Be careful what you eat! Your noggin' minds...

By Lindsey Bannish on July 7, 2012

Image from Food Triggers

Know that moment when you’re starving and you feel like you’d eat whatever was placed in front of you? I do, that’s for sure. However, we know that you can’t necessarily always eat whatever is there, and some people have to be particularly careful with what they eat. These people are most commonly recognized as diabetics or those with food allergies; however, people who get migraines are a large percentage of this population of careful consumers. A study done at the Mayo Neurology Clinic in Scottsdale, Arizona explored the connections between food cravings and food triggers associated with migraines. Doctors began to notice connections between headaches and food; “About 20% to 40% of people coming into the headache clinic report having food as a trigger” says one Mayo Clinic doctor.

Certain foods have shown up in surveys across the United States as extremely common and universal migraine triggers. Some of these foods are fruit, salt, dairy products and alcohol. All four are notorious food triggers which are extremely prevalent in the diets of many Americans. A study done by the Head Wise staff at Head Wise Magazine explored what it was about these foods which made them such common triggers. It was found that the brain is particularly sensitive to salts found in everything from canned soup to anything packaged. Much like salt, they discovered that citrus fruits and dairy products increased sensitivity drastically. Because alcohol can dilate blood vessels in the brain, it becomes a large cause of headaches and migraines.

Many doctors have developed ways of helping individuals create diets which stay away from common food triggers. One of these resources is the Migraine Cookbook which can be found both online and in book form; in soft and hardcover, if you were wondering. The cookbook explores ways to eat both a healthy and balanced diet without triggering migraines and without sacrificing your favorite meals. The book suggests eating foods high in protein, magnesium, riboflavin and omegas; such as fish and lean meats. Also using supplements such as kosher salt or sea salt, instead of MSG salts, are suggested.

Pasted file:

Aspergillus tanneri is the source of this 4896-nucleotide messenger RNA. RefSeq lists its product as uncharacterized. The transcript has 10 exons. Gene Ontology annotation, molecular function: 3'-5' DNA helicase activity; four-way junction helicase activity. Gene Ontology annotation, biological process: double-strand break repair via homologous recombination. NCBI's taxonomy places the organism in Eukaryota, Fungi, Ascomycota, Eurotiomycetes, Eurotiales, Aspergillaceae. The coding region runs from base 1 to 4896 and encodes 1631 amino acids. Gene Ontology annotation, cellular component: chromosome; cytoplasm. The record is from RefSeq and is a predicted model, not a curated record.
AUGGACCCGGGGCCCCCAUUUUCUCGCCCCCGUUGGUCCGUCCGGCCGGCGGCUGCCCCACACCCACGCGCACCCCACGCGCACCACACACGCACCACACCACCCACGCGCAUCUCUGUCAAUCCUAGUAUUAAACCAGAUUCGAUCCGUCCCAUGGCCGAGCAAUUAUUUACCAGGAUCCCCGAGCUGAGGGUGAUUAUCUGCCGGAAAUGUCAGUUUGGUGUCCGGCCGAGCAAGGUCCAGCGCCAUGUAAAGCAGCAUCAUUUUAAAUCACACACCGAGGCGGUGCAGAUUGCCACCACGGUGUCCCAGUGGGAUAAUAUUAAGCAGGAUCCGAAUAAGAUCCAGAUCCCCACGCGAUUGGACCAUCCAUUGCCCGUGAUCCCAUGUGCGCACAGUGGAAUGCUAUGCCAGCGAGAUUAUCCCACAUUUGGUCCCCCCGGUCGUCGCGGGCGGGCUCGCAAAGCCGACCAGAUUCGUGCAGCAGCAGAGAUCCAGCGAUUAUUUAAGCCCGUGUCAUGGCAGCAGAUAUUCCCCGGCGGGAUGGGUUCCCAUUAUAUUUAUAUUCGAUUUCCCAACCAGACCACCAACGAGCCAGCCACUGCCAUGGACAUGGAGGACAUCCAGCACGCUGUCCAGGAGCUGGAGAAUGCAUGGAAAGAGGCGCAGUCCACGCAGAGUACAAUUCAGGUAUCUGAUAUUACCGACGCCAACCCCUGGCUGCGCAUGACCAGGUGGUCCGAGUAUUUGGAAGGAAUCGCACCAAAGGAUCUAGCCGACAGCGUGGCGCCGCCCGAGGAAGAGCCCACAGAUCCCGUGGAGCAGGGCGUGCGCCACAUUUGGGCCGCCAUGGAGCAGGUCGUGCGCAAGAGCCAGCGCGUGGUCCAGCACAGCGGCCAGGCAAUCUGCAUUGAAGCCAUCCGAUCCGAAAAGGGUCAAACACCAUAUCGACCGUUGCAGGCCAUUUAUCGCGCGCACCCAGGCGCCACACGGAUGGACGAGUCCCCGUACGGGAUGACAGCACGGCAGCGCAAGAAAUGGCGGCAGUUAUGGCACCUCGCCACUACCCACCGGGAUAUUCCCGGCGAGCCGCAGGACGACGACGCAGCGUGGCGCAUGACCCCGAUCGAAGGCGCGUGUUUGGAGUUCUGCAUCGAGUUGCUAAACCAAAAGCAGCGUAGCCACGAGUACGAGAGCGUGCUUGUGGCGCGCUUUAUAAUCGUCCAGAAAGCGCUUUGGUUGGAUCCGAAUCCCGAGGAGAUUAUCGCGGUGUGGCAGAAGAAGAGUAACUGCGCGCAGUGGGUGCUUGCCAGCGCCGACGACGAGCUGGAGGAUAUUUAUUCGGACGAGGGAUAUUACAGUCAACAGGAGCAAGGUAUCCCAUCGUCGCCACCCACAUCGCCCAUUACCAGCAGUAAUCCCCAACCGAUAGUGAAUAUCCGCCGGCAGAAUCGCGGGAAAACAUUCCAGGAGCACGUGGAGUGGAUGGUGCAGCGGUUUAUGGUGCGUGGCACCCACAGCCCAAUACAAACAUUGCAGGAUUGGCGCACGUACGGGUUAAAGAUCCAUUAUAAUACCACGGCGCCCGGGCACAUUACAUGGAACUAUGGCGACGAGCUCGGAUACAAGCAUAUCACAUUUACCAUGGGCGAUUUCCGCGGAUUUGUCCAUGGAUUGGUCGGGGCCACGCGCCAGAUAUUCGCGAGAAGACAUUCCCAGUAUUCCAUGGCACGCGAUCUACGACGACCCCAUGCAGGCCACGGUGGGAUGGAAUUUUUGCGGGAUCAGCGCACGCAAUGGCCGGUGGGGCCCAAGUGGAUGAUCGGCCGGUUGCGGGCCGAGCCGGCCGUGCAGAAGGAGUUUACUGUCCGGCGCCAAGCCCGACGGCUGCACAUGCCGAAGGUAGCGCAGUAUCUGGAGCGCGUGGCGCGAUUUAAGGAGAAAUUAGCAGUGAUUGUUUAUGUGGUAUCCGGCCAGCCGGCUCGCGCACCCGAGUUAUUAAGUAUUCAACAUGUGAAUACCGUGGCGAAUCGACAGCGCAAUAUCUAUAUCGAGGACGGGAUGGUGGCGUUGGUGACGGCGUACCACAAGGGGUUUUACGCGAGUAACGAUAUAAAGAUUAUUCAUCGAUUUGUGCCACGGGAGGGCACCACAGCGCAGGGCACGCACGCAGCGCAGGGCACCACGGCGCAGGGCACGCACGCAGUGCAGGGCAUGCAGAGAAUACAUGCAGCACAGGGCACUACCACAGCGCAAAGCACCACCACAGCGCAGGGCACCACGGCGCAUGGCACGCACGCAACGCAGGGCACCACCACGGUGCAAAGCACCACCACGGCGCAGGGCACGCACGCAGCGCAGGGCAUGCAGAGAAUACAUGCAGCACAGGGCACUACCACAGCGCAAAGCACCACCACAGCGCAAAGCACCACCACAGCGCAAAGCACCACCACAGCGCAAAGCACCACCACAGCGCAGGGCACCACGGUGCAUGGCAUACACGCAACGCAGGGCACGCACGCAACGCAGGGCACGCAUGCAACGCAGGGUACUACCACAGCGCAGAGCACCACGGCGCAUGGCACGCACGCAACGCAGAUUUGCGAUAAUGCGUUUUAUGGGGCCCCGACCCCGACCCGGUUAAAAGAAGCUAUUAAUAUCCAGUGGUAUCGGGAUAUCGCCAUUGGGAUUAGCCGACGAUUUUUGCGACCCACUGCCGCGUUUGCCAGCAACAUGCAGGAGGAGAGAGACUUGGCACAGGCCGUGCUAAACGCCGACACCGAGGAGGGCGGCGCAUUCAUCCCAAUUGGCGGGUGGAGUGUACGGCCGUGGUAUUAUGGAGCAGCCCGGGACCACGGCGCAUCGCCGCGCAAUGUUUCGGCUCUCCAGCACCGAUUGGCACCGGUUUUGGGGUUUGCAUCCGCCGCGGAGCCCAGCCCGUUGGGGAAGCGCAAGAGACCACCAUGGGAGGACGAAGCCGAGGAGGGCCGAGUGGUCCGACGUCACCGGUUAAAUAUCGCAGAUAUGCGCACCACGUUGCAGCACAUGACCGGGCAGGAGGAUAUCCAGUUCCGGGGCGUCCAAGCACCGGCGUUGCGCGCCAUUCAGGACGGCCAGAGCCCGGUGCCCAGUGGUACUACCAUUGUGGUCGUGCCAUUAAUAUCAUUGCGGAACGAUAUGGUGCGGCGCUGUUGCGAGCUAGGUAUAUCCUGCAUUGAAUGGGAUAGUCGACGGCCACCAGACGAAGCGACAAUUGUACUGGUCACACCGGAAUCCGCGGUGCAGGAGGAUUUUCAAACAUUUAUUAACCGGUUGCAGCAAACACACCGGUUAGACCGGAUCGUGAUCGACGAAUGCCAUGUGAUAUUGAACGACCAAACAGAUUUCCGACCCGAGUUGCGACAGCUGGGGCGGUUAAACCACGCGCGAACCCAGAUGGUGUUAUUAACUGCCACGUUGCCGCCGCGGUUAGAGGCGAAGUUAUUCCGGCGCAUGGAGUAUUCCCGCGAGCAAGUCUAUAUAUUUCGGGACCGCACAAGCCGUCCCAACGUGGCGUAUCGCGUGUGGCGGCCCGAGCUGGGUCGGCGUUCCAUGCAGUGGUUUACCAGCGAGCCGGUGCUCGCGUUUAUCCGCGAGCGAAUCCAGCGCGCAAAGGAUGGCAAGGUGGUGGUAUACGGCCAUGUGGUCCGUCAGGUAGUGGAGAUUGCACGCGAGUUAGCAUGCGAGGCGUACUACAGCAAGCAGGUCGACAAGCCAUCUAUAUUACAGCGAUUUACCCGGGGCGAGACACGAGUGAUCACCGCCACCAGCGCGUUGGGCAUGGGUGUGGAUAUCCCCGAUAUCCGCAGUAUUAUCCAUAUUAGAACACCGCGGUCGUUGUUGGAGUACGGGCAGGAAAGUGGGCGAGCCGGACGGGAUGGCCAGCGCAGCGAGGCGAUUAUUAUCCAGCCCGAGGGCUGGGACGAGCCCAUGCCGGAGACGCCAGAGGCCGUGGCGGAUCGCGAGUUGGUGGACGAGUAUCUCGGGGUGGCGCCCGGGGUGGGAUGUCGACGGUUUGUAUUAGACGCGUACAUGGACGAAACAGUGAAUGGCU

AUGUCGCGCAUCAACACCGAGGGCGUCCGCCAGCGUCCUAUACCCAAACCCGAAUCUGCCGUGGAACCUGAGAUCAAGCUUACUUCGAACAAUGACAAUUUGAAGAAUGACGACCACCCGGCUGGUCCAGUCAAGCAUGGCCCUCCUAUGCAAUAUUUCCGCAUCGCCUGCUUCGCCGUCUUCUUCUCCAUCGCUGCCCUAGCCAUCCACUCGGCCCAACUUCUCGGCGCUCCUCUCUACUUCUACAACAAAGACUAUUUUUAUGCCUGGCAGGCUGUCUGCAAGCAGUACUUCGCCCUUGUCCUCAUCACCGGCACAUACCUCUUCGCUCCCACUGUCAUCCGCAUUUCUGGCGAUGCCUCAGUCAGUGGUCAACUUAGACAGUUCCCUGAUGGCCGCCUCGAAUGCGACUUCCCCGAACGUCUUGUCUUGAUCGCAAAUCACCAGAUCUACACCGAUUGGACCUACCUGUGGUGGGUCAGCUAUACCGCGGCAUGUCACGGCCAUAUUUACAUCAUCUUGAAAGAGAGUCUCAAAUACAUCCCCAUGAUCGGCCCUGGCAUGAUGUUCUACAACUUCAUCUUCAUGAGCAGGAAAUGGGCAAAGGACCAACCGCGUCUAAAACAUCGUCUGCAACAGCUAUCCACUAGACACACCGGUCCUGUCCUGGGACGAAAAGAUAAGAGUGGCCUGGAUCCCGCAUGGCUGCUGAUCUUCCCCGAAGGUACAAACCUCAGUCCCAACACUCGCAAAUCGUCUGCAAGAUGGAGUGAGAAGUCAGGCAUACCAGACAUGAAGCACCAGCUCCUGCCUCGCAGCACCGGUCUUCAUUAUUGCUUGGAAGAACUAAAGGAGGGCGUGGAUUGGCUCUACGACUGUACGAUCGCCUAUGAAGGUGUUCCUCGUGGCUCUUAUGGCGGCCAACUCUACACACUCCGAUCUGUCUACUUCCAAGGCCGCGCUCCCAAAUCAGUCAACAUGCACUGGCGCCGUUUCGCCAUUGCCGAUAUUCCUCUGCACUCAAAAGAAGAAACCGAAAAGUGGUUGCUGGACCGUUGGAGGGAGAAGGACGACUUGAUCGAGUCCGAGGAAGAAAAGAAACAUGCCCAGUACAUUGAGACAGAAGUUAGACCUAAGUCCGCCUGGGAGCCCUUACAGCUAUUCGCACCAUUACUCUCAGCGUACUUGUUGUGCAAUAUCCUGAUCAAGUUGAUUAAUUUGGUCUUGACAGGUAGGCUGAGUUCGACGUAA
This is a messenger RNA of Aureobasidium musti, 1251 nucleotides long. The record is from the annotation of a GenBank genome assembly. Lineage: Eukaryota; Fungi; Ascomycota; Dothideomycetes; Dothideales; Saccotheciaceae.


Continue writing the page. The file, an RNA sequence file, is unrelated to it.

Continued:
Be wary however, some foods which are known as migraine helpers can actually become food triggers when not consumed in moderation. A study done at the Manhattan Center for Headaches and Neurology under the guidance of Audrey Halpern MD, found that foods such as chocolate, caffeine and gluten were amongst these foods. All three of these can prove helpful to some individuals suffering from headaches; however, when not taken in moderation, these foods can increase sensitivity of migraines tremendously. An example is caffeine in coffee, which can help migraines in small amounts, but can stimulate migraines if ‘overdosed’, aka more than 2-3 cups per day.

So until next time, be cautious of what you are putting into your body! Whether you experience the occasional headache or are a head injury veteran like me, find your food triggers and be mindful of what you eat.

I'm Lindsey, I am a Neuroscience major at Mount Holyoke College class of 2015. I have experienced a multitude of brain injuries which has made me very passionate about neuro-research. I hope to inform, support and some day help other young adults and teens who have gone through similar trauma and experiences with brain injury. In my column I hope to talk about specific health issues pertinent to college students across the United States.

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